• Do Human Rights Increase Inequality?

    May 26, 2015

    An article by Samuel Moyn. Imagine that one man owned everything. Call him Croesus, after the king of ancient lore who, Herodotus says, was so "wonderfully rich" that he "thought himself the happiest of mortals." Impossibly elevated above his fellow men and women, this modern Croesus is also magnanimous. He does not want people to starve, and not only because he needs some of them for the upkeep of his global estate. Croesus insists on a floor of protection, so that everyone living under his benevolent but total ascendancy can escape destitution. Health, food, water, even paid vacations, Croesus funds them all. In comparison with the world in which we live today, where few enjoy these benefits, Croesus offers a kind of utopia. It is the one foreseen in the Universal Declaration of Human Rights (1948), a utopia that, though little known in its own time, has become our own, with the rise in the past half-century of the international human rights movement — especially now that this movement has belatedly turned its attention to the economic and social rights that the declaration promised.

  • Toward total war

    February 17, 2015

    One hundred years ago, in the first two months of 1915, what was then called the Great War — puzzled over by experts gathered at a Harvard conference on Friday ― established its most enduring historical signatures...Moderated by Dean Martha Minow of the Law School, the title of the first panel, “The Transnational Theater of War,” was a reminder, Minow said, of the unprecedented global nature of the conflict. ..In the same panel, Samuel Moyn, a Harvard professor of law and history, was to talk about “Aggression and Atrocity: From the Great War to the Forever War.”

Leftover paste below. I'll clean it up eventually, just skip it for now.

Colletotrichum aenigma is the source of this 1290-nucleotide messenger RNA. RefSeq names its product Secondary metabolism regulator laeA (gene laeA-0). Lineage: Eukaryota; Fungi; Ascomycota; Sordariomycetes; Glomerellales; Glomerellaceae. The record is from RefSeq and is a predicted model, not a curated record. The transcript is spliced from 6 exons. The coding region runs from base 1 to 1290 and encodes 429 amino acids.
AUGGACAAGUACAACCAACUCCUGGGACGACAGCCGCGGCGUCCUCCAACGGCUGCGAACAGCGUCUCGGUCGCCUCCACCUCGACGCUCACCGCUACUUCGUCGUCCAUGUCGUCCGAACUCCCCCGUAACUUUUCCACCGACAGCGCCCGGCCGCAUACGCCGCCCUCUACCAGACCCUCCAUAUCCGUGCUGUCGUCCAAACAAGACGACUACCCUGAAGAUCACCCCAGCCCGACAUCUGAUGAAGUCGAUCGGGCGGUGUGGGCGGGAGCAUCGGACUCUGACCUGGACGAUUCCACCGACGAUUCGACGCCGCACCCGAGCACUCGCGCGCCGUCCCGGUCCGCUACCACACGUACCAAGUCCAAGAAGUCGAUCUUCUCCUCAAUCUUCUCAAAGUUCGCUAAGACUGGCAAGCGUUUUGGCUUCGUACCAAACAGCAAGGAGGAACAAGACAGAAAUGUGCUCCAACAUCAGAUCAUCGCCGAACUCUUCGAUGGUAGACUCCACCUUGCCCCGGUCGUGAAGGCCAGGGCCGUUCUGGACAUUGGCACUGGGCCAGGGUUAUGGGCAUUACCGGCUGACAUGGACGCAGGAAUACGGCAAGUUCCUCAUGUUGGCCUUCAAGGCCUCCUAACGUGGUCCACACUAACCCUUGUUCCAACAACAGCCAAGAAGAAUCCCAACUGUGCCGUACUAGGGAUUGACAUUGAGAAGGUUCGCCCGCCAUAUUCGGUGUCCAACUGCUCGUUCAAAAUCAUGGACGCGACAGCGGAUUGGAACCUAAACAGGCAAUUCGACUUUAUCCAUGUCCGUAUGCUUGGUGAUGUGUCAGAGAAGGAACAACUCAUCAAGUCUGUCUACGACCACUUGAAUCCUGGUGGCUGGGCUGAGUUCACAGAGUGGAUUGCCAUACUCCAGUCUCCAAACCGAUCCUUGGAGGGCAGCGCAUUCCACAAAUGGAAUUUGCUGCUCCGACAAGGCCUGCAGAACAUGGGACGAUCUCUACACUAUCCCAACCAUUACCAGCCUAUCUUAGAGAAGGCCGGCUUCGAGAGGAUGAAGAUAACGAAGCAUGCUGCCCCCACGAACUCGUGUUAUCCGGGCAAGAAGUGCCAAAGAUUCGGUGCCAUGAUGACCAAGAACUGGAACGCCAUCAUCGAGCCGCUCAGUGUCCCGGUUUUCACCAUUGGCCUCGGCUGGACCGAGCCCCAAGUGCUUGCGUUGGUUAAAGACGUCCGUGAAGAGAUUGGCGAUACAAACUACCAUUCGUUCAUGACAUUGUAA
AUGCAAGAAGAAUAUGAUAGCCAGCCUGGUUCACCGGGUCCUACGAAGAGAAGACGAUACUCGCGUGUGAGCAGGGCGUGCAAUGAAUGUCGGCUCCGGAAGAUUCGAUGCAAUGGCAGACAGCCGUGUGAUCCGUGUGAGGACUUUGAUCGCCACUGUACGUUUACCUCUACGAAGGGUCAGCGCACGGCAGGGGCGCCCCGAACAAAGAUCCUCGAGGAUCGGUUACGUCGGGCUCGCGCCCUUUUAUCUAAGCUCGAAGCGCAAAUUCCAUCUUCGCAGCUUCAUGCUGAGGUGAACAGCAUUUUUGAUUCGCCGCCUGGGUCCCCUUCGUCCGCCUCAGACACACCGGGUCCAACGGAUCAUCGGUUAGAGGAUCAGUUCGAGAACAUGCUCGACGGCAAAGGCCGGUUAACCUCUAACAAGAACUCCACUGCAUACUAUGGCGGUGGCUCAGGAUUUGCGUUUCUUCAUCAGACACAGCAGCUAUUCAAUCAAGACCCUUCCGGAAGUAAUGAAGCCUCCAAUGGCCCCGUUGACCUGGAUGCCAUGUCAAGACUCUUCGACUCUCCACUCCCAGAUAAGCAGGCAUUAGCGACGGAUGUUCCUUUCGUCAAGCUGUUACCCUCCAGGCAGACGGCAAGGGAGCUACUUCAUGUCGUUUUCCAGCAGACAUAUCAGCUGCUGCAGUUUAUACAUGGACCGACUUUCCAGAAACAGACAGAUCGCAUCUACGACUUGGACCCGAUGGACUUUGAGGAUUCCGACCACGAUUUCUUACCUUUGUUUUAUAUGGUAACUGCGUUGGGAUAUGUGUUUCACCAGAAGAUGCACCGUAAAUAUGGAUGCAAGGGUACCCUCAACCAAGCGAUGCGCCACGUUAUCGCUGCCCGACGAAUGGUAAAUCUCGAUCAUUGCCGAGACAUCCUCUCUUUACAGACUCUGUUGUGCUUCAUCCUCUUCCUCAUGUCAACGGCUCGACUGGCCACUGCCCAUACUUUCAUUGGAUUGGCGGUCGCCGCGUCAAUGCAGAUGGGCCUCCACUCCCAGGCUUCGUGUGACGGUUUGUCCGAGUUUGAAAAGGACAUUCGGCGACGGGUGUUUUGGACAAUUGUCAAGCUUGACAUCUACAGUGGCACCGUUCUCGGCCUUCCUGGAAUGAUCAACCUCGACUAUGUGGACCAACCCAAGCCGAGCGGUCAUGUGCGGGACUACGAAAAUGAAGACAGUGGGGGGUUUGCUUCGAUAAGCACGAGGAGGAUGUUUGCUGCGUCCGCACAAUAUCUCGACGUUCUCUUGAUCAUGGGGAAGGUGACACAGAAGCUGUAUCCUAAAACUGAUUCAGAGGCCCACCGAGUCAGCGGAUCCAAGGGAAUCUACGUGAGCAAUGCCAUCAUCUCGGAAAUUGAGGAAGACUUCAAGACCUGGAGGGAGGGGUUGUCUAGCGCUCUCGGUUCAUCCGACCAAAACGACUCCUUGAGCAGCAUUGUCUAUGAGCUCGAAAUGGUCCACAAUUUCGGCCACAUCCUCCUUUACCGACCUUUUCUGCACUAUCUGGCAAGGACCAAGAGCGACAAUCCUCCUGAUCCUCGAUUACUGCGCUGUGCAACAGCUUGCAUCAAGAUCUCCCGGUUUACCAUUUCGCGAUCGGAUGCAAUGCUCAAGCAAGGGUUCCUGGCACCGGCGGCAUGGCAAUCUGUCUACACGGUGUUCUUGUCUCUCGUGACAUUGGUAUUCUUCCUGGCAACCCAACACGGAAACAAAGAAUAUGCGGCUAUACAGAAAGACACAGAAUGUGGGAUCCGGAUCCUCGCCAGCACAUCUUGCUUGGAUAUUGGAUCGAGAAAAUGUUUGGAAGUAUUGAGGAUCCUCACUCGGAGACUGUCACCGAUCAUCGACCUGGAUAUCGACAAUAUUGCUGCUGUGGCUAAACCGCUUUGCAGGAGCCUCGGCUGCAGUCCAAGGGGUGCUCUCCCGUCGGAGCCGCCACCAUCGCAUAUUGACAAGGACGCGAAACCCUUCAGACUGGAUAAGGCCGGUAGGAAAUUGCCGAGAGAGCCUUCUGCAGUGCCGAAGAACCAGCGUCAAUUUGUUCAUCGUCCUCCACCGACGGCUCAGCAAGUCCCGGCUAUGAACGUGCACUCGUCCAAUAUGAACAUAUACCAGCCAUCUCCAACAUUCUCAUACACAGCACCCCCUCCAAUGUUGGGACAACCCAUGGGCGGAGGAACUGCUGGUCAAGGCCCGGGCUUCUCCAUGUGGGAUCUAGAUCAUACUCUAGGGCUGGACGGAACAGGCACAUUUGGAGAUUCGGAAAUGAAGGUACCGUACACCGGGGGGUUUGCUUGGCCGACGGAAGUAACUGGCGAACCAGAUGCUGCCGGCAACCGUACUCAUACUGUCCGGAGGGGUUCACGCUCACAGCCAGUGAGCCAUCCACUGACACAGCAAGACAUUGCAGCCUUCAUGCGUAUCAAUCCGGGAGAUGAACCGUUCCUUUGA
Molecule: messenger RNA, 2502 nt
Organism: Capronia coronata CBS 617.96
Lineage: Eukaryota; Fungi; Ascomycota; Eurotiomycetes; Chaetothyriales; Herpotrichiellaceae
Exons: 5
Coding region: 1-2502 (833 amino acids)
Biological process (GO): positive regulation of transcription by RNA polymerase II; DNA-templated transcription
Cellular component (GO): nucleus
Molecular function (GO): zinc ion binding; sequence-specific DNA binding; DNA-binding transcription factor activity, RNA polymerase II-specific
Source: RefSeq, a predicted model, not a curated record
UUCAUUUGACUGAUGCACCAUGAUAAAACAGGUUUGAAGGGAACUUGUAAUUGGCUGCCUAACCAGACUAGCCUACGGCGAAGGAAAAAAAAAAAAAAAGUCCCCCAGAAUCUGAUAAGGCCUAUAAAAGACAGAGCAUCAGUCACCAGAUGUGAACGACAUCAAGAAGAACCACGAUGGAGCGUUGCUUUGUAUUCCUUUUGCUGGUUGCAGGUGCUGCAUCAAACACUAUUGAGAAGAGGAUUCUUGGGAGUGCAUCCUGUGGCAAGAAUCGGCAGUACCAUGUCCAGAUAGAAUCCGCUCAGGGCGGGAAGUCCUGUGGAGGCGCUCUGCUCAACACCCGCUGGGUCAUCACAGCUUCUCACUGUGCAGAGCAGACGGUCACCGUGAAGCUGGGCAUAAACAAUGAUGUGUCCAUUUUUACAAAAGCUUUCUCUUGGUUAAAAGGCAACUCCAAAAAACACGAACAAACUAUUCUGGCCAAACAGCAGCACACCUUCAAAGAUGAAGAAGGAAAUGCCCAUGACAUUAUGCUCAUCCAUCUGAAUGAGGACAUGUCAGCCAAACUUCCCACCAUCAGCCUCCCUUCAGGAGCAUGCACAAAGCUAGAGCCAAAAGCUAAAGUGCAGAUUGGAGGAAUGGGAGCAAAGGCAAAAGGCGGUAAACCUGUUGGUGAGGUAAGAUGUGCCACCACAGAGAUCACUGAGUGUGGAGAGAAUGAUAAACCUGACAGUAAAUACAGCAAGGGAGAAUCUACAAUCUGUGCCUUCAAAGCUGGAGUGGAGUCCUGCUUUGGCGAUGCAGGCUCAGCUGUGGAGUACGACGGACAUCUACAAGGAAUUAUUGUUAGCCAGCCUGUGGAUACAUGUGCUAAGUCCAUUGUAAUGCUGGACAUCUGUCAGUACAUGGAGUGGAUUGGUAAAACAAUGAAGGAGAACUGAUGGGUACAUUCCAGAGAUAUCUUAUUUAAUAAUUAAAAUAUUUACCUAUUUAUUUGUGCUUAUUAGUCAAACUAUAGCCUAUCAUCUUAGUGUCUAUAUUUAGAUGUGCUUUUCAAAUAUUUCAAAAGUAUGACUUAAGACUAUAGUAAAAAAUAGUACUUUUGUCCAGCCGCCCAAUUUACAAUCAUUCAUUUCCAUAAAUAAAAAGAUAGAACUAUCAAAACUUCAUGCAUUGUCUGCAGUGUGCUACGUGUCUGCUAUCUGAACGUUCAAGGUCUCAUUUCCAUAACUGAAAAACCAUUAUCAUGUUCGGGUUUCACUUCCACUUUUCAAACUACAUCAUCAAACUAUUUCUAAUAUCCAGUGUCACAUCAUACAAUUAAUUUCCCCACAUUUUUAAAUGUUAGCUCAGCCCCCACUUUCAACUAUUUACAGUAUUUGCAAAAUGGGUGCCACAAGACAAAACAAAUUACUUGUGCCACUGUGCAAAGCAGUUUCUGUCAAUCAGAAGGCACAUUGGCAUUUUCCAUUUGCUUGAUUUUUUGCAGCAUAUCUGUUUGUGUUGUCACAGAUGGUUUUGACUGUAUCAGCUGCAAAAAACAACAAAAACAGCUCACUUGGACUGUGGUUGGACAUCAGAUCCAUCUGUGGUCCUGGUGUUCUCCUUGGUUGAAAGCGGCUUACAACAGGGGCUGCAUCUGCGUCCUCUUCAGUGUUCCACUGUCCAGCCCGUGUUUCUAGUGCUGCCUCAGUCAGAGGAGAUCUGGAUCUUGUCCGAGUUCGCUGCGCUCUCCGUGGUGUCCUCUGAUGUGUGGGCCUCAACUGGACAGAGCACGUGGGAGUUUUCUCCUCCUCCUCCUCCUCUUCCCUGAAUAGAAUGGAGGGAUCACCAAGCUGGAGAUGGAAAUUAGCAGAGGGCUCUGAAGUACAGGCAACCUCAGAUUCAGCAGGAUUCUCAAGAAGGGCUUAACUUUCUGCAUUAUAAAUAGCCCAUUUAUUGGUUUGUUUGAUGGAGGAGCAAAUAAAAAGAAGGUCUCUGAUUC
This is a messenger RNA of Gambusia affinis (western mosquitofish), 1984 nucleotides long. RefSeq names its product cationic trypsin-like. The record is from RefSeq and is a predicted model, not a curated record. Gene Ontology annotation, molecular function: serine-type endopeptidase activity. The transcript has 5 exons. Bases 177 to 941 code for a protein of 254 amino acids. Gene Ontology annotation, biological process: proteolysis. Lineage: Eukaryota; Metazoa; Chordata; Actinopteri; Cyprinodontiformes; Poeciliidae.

• Meet this year’s new HLS faculty

    September 9, 2014

    A host of new faculty members arrived at Harvard Law School this academic year, and over the summer, Dean Martha Minow announced two new faculty who will join HLS in 2015.

  • The promise World War I couldn’t keep

    August 11, 2014

    An op-ed by Samuel Moyn. The guns of August 1914 unleashed a debate that is still with us: Can the laws of war actually impose limits on how war is carried out? Germany invaded Belgium, violating that nation's neutrality -- which was guaranteed by treaties stretching back to the 19th century. This act horrified the world -- as would the civilian occupation policies that marked German rule in Belgium, Northern France, and elsewhere during the long years of trench warfare. The question of how much international law should be respected during wartime has resurfaced repeatedly through the 20th century -- in America, it has come up frequently since 9/11, especially surrounding the "torture debate."

  • Historian of human rights joins Harvard Law faculty

    February 18, 2014

    Samuel Moyn '01, a leading historian and prize-winning author, will join the faculty of Harvard Law School starting July 1, 2014 as professor of law. Moyn currently serves as James Bryce Professor of European Legal History in the Columbia University history department.

  • Recent Faculty Books – Fall 2014

    November 21, 2010

    In his essays, Samuel Moyn considers topics such as human rights and the Holocaust, international courts, and liberal internationalism. Skeptical of humanitarian justifications for intervention, he writes,“[H]uman rights history should turn away from ransacking the past as if it provided good support for the astonishingly specific international movement of the last few decades.”